The development of complex organisms critically depends upon regulation of gene activity across dozens, hundreds or millions of cells in time and space. This regulation ensures the fidelity of development of complex structures and the overall function of the organism. Its disruption therefore often leads to disease.
We study gene regulation at the genomewide level using computational genomics and epigenomics. Our major research interests focus on:
- Structure and function of gene promoters
- Function and genomic distribution of gene regulatory elements
- Function of transcription factors
- Regulation of the production of transcription factors i.e. transcriptional regulatory networks (TRNs)
- Association of different modes of regulation with epigenetic marks and their inheritance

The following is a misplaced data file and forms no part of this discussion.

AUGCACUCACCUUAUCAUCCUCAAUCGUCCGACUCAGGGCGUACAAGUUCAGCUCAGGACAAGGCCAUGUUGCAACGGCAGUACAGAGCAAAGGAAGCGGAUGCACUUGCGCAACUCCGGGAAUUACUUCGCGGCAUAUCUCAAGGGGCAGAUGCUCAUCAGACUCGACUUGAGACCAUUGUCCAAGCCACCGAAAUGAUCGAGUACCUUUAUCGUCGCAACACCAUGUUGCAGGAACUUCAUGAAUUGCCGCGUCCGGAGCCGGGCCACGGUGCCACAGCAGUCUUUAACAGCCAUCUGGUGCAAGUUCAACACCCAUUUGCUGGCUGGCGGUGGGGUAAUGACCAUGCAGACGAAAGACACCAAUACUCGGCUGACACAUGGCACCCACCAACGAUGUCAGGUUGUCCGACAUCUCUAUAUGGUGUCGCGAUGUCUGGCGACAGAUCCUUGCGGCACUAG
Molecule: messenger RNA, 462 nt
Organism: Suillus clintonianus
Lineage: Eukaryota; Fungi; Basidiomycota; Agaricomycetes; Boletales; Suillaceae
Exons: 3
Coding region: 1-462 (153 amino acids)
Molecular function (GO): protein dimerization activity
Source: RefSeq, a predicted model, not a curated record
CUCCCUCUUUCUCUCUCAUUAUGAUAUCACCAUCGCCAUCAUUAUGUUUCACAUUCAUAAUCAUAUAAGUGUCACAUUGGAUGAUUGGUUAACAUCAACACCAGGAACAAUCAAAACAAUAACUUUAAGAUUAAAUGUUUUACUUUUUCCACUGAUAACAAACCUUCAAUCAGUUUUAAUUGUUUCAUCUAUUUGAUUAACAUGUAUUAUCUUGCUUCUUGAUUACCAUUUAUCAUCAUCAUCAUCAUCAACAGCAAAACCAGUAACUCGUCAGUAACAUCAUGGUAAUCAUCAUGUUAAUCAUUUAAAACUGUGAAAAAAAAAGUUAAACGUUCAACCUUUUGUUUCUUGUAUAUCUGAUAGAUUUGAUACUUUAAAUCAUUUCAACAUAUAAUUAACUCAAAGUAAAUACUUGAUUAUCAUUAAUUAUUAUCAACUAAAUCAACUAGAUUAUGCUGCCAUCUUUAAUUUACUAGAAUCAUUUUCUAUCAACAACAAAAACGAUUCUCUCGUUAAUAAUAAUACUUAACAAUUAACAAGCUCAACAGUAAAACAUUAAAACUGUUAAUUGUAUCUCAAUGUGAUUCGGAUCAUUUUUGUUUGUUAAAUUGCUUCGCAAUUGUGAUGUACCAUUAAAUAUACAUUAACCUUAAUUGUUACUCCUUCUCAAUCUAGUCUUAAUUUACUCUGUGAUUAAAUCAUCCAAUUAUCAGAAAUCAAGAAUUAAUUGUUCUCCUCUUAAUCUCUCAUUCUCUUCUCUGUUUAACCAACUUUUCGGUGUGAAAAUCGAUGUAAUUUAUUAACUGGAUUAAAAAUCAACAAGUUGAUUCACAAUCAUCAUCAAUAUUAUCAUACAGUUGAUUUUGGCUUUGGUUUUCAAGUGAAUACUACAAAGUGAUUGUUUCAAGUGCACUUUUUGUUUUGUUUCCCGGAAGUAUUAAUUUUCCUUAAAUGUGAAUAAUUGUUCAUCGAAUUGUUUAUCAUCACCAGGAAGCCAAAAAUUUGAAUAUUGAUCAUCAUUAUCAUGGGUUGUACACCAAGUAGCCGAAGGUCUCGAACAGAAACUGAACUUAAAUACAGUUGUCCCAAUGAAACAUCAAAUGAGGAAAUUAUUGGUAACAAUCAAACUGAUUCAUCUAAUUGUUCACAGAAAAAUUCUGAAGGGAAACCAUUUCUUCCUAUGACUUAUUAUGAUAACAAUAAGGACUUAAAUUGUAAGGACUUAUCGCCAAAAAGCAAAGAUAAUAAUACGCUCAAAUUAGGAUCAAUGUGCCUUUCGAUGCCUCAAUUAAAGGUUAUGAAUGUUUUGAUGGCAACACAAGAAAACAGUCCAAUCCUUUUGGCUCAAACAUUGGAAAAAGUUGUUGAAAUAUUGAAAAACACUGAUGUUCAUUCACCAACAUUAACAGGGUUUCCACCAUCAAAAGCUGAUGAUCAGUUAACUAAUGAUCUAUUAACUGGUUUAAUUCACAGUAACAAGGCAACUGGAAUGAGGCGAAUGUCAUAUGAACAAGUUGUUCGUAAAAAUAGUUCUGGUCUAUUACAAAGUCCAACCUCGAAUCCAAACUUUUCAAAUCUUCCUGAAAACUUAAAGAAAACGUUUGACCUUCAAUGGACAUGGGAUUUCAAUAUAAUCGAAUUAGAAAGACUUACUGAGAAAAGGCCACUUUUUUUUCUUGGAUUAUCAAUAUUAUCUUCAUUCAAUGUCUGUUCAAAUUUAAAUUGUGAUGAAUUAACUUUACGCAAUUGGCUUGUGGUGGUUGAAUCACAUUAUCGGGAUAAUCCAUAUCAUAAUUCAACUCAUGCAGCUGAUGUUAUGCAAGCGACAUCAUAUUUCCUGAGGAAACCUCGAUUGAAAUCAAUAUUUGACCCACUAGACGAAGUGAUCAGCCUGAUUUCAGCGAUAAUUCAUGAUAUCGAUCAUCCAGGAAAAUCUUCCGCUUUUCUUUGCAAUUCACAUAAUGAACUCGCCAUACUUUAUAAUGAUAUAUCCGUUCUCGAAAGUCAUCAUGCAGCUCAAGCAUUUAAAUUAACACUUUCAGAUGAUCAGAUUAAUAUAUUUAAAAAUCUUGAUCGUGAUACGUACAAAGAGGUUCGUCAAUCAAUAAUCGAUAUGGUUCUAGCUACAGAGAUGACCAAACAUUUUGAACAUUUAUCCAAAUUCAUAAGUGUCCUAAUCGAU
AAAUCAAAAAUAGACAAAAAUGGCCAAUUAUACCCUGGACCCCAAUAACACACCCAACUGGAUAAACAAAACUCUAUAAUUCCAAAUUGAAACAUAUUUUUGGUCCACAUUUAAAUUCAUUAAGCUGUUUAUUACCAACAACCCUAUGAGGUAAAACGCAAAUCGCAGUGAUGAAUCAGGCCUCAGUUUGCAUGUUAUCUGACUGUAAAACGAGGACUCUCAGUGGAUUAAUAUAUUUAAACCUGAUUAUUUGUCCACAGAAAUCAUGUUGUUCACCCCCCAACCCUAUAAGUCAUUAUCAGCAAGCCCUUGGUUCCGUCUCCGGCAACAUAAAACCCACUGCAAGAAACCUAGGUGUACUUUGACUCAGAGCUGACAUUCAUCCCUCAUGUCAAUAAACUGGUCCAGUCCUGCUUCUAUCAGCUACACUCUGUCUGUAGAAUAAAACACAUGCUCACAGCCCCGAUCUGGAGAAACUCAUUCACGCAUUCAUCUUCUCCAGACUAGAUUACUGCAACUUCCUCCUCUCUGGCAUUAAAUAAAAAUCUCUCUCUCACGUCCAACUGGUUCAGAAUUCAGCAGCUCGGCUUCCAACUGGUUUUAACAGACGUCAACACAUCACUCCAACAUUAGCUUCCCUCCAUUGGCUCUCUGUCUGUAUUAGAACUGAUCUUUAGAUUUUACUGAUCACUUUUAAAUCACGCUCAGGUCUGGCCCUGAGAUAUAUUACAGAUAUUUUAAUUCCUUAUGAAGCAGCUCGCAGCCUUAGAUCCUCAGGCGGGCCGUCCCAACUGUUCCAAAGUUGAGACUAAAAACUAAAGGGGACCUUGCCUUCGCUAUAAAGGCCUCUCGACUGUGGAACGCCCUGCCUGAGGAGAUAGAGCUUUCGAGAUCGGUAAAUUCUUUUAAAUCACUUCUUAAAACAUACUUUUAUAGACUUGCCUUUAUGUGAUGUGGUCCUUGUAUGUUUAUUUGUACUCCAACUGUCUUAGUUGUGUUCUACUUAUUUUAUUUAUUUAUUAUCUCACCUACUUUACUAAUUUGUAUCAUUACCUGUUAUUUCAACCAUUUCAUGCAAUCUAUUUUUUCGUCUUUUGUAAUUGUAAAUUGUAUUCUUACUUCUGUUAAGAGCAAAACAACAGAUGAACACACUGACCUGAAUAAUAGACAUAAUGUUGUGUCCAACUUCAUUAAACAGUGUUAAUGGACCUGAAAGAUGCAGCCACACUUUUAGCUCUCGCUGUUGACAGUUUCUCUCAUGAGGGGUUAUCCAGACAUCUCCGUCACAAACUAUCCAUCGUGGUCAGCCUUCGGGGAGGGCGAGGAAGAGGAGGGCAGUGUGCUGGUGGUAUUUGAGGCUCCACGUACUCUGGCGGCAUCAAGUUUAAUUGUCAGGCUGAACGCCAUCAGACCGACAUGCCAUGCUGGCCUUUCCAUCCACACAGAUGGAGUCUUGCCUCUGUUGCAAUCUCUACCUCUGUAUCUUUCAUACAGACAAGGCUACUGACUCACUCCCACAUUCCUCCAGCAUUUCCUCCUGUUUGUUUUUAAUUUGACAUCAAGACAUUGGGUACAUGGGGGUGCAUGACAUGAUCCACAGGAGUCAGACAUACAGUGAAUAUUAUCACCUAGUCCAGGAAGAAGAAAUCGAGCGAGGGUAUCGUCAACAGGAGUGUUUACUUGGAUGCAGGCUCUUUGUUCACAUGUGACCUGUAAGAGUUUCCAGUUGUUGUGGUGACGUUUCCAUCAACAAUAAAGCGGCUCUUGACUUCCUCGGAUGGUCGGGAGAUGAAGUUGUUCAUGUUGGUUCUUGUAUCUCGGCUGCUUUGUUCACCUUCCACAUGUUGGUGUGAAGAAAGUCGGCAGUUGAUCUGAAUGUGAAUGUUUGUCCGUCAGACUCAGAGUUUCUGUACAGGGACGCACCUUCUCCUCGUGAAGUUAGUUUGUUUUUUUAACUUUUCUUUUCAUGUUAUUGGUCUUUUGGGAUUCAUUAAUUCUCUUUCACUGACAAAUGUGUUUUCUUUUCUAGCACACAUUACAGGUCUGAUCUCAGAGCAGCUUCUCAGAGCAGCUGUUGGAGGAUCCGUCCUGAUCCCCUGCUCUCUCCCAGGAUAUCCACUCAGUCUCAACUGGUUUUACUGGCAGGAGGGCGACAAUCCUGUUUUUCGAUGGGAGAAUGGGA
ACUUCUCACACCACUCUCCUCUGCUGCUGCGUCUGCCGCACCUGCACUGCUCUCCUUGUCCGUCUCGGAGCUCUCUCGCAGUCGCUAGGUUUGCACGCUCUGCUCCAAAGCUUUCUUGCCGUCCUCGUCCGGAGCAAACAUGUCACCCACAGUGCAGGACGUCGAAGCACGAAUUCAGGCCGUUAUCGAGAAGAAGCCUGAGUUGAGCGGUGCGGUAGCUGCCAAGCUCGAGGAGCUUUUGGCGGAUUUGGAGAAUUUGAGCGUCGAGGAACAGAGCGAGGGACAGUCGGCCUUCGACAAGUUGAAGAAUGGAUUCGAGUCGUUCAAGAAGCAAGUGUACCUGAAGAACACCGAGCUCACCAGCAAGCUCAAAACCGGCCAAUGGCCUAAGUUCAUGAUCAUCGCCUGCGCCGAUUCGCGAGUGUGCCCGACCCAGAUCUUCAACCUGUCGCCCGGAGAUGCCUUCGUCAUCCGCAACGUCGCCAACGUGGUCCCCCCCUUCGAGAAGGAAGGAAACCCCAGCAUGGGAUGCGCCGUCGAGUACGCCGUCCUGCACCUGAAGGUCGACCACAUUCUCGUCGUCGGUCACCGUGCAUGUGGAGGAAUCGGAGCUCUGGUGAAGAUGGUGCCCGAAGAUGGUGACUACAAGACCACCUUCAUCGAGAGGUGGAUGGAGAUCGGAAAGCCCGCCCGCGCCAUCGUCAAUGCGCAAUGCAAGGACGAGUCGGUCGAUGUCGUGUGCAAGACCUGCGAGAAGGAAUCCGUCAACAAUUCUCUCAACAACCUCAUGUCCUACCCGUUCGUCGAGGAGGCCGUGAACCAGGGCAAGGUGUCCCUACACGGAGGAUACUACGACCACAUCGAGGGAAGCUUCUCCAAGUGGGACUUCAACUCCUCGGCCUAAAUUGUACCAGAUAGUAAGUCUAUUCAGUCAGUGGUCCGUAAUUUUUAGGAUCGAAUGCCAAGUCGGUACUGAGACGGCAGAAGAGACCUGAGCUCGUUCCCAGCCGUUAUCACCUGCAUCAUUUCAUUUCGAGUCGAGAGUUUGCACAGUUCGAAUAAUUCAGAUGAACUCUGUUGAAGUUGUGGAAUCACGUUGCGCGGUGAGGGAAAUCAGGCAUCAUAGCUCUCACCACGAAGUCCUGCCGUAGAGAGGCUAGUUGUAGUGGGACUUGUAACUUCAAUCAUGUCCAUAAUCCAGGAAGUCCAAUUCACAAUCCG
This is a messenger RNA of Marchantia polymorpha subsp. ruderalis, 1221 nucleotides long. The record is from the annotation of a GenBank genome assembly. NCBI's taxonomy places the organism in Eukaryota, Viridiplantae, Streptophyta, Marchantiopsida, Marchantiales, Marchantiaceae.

Our recent work centres on the functional classification of core promoters, the development of methods to correctly assign regulatory elements to the genes they regulate, and the role of the epigenome in guiding development.
et al., 2017, Topologically associating domains are ancient features that coincide with Metazoan clusters of extreme noncoding conservation, Nature Communications, Vol:8, ISSN:2041-1723
Cvetesic N, Lenhard B, 2017, Core promoters across the genome, Nature Biotechnology, Vol:35, ISSN:1087-0156, Pages:123-124
et al., 2017, Transcriptional memory of cells of origin overrides β-catenin requirement of MLL cancer stem cells., Embo J
et al., 2017, Allele-specific analysis of cell fusion-mediated pluripotent reprograming reveals distinct and predictive susceptibilities of human X-linked genes to reactivation, Genome Biology, Vol:18, ISSN:1474-760X
et al., 2016, A full-body transcriptome and proteome resource for the European common carp, Bmc Genomics, Vol:17, ISSN:1471-2164